A coordinated operation against e-commerce fraud has resulted in the arrest of 59 suspected fraudsters and the activation of new investigative leads across Europe, as part of the eCommerce Action 2022 (eComm 2022).
The month-long operation (1-31 October 2022) involved 19 countries that have been fighting criminal networks that use stolen credit card information to order high-value products from online stores.
The action was coordinated by the European Cybercrime Centre (EC3) of Europol and the Merchant Risk Council and received the direct assistance of merchants, logistics companies, banks and payment card systems.
Although online payments are generally very secure, especially thanks to secure customer authentication methods widely implemented in Europe, criminals are continually altering their techniques to find new ways to steal money.
The eComm 2022 findings have identified the following key threats to the eCommerce sector:
– Phishing fraud, vishing and smishing: stolen credit card numbers are often obtained through phishing/vishing/smishing attacks whereby criminals contact people by phone, text message, messaging apps or email and try to convince them to hand over their credit card information. Sometimes these attacks promise a reward, and other times they impersonate a trusted company or government agency.
– Account takeover fraud: this fraud occurs when a criminal gains access to a user’s account in an e-commerce store. This can be accomplished through a variety of methods, such as purchasing stolen passwords, security codes or personal information on the dark web or successfully implementing a phishing scheme against a particular customer. Once they have gained access to a user’s account, criminals can engage in fraudulent activity. For example, they can change a user’s account details, make purchases in e-commerce stores, withdraw funds and even access other accounts of this user.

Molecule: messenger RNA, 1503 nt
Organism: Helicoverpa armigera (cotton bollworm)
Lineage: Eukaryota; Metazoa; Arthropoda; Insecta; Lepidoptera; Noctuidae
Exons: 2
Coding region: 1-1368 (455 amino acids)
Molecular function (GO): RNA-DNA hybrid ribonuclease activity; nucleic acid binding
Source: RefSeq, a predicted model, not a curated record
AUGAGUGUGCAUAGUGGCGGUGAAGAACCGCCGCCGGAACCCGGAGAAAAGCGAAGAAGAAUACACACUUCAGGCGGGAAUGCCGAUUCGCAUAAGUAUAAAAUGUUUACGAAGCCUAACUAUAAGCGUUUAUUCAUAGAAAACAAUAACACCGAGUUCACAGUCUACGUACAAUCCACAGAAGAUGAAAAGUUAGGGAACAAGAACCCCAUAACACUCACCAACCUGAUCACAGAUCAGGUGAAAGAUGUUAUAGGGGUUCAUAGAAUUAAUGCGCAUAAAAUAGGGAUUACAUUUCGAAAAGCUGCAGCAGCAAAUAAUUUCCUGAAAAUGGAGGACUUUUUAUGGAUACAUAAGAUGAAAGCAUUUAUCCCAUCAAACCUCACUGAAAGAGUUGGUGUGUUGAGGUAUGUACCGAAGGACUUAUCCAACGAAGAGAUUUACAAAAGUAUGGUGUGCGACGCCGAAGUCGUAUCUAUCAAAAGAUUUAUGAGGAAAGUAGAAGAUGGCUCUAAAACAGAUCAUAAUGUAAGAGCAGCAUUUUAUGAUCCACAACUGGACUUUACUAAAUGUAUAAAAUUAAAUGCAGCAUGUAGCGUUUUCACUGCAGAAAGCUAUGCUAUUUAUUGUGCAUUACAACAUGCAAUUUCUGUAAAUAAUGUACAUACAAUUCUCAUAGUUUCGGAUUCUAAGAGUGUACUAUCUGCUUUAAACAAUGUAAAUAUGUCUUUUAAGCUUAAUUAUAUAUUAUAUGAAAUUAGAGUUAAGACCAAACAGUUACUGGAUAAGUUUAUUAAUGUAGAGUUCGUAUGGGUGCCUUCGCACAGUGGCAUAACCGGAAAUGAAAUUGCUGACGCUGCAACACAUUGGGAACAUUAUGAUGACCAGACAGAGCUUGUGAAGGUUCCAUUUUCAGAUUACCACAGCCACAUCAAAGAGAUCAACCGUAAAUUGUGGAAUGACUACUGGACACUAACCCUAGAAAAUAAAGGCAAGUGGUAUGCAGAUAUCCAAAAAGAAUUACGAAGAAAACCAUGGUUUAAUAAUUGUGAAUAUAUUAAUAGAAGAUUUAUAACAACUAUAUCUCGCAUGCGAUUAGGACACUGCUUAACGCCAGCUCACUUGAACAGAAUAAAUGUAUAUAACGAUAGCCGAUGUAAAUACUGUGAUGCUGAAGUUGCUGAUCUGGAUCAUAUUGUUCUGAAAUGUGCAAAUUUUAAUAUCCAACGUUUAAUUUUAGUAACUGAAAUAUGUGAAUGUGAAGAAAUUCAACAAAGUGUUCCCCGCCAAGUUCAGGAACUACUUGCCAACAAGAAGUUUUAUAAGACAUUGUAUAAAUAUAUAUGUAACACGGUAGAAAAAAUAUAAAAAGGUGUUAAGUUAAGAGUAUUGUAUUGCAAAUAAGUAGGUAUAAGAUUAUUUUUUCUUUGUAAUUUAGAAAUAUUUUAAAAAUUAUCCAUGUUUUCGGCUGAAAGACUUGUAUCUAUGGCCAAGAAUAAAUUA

– Triangulation fraud: this type of fraud occurs when online criminals set up a fake or replica website and lure buyers with cheap products. Sometimes these fake sites may appear in advertisements or are sent to a user’s email address directing them to the site via an attempt to carry out a phishing attack. The problem is that these goods, in reality, do not exist or, of course, are never shipped.
Through an awareness campaign, European law enforcement has teamed up with Europol and the Merchant Risk Council to share practical advice on how to fend off criminals attempting to abuse the online shopping experience.
The objective of the campaign is to make e-commerce more secure by promoting secure online purchasing methods and helping new merchants to open their online store without the risk of cyber-attacks.
Participating countries and partners are promoting the campaign through their social media channels using the hashtag #SellSafe to help merchants understand the risks of e-commerce fraud.
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